LYMPHATIC                           HEALTHCARE                                                      and EDUCATION


Understanding the Lymphatic System

The Lymphatic System comprises:
  • The spleen and thymus gland
  • Lymphatic capillaries, lymph vessels and ducts
  • Lymph nodes (they are not glands as they do not secrete)
  • Lymphocytes are white blood cells for immune purposes, T Cells and B Cells
  • Palatine tonsils and tonsils
  • Peyer`s patches in the ileum of the small intestine


We are 70% Water. When waste fluid is collected from between the cells by the lymphatic system, it is then known as lymph fluid. From all over the body the waste lymph fluid has been carried along through capillaries and vessels, cleaned by the lymph nodes, similar to your household water pipes.


Clean waste fluid then travels up towards the largest lymphatic vessel called the Thoracic Duct.  This duct lies next to your spine; it passes up through the diaphragm and enters into the blood circulation via a large vein, just above the heart. The lymph fluid now mixes back into our blood. Our body can collect, clean and filter up to 2.5 litres per day. 

Why stress really is so bad for you!

Functions of the Spleen

  • Produces lymphocytes (WBC) in its lymph nodules and acts with the immune response.
  • Destroys worn out erythrocytes (RBC) and unwanted micro-organisms.
  • Controls the quality and quantity of the blood in circulation.
  • It acts as a reservoir for blood cells of all kinds.
  • It produces erythrocytes and granulocytes during foetal life and on certain. occasions in adult life i.e. after severe haemorrhaging.

Splenic Anoxic Stress is Toxic to our body!

Stress directly effects the spleen and protein levels in the lymphatic system which effects your heart rate and blood pressure. During stress the spleen releases extra blood into the circulation and an extra protein called p34, which is a distinct Lactate DeHydrogenase (or LDH or LD). 


LD is of medical significance because it is found extensively in body tissues, such as blood cells and heart muscle, as with other proteins it is used as a tissue-fuction marker as it is released during tissue damage and is a marker of common injuries and disease. This protein has been found in high levels in many human cancers and has been demonstrated to be an effective serum cancer marker. (Lymhoscintography)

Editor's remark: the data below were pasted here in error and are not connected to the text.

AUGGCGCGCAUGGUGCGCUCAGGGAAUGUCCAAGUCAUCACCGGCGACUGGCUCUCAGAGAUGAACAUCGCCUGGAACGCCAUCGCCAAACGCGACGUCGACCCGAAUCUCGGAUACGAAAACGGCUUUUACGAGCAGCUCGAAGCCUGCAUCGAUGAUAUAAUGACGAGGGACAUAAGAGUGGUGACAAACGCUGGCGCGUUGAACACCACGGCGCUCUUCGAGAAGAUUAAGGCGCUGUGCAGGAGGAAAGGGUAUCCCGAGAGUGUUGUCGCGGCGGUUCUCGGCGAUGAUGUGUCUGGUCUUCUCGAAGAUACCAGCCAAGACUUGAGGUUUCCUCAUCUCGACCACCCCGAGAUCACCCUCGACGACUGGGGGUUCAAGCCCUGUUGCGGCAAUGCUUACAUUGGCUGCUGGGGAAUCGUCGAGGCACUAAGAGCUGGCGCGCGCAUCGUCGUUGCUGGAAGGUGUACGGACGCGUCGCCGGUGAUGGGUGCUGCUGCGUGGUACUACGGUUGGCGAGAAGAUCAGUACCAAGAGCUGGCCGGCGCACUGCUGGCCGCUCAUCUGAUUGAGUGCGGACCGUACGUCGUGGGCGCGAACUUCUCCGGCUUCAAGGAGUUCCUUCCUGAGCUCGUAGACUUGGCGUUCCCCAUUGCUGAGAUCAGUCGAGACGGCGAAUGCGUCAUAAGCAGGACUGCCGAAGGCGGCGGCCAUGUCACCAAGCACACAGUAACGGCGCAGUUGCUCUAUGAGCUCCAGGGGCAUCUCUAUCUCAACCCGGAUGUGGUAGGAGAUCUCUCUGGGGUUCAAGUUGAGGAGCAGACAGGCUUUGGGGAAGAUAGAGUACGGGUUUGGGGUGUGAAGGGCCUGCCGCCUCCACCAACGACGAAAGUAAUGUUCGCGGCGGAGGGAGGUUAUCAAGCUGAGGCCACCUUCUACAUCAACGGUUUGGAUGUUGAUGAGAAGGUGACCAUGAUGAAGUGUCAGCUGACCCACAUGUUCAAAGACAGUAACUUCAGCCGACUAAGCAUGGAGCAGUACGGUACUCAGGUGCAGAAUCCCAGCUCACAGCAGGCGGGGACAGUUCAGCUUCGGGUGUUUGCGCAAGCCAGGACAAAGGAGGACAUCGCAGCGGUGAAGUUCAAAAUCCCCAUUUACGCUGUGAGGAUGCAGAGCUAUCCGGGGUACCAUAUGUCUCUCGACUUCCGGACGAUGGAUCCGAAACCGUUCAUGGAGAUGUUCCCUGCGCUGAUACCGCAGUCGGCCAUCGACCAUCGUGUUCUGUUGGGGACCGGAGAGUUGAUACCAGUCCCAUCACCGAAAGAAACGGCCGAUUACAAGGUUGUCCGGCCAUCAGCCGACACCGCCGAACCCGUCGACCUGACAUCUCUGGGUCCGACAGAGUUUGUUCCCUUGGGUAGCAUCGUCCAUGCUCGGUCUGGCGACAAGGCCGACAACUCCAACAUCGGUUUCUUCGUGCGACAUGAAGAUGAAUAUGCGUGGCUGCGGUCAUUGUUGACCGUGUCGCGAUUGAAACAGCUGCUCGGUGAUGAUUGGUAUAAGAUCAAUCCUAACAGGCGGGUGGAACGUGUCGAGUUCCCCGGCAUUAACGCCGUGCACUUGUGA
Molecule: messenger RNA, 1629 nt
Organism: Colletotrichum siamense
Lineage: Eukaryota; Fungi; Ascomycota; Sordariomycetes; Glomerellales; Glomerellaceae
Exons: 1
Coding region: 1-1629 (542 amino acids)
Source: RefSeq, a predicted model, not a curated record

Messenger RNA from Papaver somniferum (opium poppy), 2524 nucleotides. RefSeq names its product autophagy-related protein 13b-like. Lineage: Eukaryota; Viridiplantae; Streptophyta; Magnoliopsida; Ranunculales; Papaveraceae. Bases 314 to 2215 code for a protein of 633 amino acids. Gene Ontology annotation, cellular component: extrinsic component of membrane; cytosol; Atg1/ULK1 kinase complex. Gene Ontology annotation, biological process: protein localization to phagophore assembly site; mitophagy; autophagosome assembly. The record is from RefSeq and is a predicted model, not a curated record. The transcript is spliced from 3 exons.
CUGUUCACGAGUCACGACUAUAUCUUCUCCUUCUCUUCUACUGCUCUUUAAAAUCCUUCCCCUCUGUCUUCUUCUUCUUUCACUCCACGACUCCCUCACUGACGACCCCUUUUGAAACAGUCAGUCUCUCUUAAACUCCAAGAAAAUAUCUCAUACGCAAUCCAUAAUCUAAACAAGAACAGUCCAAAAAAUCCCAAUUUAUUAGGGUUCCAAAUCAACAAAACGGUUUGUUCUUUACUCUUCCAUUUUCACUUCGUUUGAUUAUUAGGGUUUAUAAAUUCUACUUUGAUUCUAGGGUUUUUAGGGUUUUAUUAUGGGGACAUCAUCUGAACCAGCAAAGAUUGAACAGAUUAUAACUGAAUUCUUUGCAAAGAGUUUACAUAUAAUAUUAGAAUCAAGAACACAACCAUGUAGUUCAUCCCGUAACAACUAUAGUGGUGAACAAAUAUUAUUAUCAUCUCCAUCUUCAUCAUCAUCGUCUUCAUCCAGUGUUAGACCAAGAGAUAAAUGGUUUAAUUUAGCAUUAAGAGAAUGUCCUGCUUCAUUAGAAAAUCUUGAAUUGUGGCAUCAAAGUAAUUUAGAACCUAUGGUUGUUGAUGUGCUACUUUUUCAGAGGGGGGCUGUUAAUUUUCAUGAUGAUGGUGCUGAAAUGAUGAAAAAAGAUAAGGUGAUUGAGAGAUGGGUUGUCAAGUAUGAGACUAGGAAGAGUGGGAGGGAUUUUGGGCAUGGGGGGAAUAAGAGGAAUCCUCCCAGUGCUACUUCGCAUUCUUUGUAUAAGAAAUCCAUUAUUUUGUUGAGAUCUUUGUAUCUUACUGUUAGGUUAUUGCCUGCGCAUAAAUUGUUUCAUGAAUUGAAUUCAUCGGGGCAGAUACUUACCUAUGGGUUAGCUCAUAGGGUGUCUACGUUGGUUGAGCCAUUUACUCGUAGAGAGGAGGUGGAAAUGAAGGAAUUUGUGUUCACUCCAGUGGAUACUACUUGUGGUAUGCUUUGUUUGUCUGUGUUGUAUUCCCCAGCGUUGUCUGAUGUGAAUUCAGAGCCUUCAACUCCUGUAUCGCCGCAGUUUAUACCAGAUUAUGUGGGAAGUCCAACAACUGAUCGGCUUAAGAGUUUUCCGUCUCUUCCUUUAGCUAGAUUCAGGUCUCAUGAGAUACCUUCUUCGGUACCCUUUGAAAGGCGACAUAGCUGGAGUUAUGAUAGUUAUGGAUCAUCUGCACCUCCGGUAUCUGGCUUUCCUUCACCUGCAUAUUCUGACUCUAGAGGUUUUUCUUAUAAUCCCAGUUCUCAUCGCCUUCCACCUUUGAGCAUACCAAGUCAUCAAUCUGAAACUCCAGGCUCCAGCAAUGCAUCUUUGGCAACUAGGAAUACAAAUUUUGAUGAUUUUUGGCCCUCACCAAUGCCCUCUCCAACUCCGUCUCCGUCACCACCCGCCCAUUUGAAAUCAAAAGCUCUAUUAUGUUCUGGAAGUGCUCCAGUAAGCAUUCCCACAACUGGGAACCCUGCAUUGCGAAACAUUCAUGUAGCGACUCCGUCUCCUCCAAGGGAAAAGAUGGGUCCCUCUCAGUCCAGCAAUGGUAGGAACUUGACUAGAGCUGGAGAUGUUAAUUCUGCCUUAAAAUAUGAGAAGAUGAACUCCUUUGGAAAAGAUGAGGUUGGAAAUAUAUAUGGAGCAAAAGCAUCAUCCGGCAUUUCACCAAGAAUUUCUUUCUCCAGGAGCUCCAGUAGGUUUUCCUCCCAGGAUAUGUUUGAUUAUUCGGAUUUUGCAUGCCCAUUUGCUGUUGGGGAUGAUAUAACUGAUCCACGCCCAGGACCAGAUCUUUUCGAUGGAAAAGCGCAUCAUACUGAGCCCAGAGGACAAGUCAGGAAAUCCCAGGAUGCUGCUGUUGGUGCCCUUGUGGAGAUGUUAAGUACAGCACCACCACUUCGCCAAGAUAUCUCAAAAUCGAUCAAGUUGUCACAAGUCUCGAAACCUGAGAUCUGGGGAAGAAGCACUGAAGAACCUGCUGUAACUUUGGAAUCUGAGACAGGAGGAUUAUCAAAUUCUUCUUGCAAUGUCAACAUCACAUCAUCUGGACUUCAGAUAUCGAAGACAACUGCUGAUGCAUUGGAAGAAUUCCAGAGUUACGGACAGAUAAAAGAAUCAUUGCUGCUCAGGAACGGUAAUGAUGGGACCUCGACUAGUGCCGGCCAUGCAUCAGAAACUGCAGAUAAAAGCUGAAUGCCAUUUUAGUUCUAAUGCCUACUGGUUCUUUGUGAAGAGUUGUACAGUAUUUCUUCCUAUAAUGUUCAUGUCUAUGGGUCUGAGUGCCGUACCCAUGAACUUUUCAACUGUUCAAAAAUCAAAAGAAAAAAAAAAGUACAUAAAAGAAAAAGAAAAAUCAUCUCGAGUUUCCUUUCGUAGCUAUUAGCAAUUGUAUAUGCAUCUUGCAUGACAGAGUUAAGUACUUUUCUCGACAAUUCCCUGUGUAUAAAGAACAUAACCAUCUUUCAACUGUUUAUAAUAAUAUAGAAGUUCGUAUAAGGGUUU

LD activity is present in all cells of the body with highest concentrations in heart, liver, muscle, kidney, lung, and erythrocytes it is elevated in a number of clinical conditions including cardiorespiratory diseases, malignancy, hemolysis, and disorders of the liver, kidneys, lung, and muscle.

Marked elevations can be observed in megaloblastic anemia, untreated pernicious anemia, Hodgkin disease, abdominal and lung cancers, severe shock and hypoxia.

Moderate-to-slight increases in LD levels are seen in myocardial infarction (MI), pulmonary infarction, pulmonary embolism, leukemia, hemolytic anemia, infectious mononucleosis, progressive muscular dystrophy (especially in the early and middle stages of the disease), liver disease and renal disease.

In liver disease, elevations of LD are not as great as the increases in aspartate amino transferase and alanine aminotransferase.



The Thymus


  • A large lobed structure behind the upper part of the sternum.
  • Largest in early life it shrinks in adulthood to a fraction of it`s original size.
  • It secretes a hormone called Thymosin that causes pre-T-cells to mature in the Thymus into T-cells, these are also called T Lymphocytes.
  • Many lymphocytes are formed here but most never leave the gland.


In the foetus and infant the thymus seems to control the development of the lymph nodes and lymphoid tissue. If it is absent, death will result because of the failure of the immune processes. In adults it is a source of fresh lymphocytes for immunologic imprinting. After heavy irradiation the bone marrow and lymphoid tissue are severely depressed, sometimes temporarily abolished, but the thymus is more resistant and controls restoration of lymphocyte production and cellular immunity. 


Lymph fluid moves naturally by

  • muscle tissue and bicuspid valves
  • autonomic nervous system
  • intrinsic contraction

Additional factors

  • contraction of muscles
  • breathing (diaphragm)
  • pulsation of arteries
  • external compression


Lymph Capillaries underneath skin are tiny compared to vessels

Lymph Vessels and how Lymph moves through the system


  • Resemble veins in structure but have thinner walls and valves in shorter distances.
  • Valves are passive and determine direction of flow, preventing the return of fluid and to guarantee transport.
  • Vessel contractions are supported by skeletal muscle and joint pump, arterial respiratory pressure changes and negative pressure in central veins. They can also be influenced by external pressure i.e. massage.

Shoulder muscles help pump fluid up and away from your hand, so it is essential to get your muscles moving post operatively.


FUNCTIONS of a Lymph Node


  • Filters and cleans lymph fluid by removing unwanted metabolic waste, toxins, bacteria, viruses, micro-organisms, infected cells and other foreign particles from the body. 
  • Produces new lymphocytes helping the lymphatic system fight infection, often preventing infection from passing into the blood.
  • Regulates concentration of protein in the lymph fluid.


There are between 700 – 1,000 nodes in the human body 3-500 can be found in the abdomen. Excessive swelling of the abdomen means these lymph nodes are struggling to remove waste fluid.



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